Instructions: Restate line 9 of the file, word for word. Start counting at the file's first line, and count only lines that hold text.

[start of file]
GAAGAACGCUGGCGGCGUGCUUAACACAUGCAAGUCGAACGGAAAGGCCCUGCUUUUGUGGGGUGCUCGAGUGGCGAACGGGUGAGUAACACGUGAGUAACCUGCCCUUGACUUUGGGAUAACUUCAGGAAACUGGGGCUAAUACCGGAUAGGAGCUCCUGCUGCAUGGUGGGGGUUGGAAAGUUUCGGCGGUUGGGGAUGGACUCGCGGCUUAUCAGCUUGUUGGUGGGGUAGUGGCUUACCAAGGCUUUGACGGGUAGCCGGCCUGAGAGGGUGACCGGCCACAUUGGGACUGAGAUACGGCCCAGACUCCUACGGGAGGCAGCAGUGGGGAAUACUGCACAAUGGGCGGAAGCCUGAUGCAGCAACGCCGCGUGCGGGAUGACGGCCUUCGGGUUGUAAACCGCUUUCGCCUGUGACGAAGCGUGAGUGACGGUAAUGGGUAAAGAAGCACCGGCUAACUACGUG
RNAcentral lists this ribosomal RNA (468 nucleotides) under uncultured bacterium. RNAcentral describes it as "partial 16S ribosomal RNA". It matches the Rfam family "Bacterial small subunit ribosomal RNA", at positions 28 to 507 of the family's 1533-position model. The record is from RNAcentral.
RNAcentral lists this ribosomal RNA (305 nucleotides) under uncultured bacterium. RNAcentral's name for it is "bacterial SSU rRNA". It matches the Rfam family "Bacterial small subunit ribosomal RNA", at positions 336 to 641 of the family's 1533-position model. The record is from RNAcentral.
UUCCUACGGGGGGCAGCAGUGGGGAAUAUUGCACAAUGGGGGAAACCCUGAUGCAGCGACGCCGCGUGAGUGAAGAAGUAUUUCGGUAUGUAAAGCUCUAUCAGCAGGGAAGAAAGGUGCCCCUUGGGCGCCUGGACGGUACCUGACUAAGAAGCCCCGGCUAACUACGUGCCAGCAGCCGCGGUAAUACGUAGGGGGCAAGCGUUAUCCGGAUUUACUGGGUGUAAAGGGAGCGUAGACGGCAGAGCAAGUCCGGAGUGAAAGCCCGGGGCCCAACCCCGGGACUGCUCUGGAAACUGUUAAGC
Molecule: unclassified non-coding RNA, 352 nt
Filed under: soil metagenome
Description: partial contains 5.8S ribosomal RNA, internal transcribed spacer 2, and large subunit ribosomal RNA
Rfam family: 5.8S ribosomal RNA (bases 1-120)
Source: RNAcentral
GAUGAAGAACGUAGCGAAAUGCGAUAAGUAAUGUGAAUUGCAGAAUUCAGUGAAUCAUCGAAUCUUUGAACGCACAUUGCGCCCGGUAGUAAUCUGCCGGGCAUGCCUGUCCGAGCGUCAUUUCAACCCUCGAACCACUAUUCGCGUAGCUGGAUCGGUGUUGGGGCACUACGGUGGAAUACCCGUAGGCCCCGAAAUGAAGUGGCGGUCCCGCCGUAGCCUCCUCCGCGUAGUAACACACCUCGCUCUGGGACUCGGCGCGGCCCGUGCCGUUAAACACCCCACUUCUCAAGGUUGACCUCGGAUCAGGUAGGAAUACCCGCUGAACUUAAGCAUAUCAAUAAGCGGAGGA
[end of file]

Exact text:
Source: RNAcentral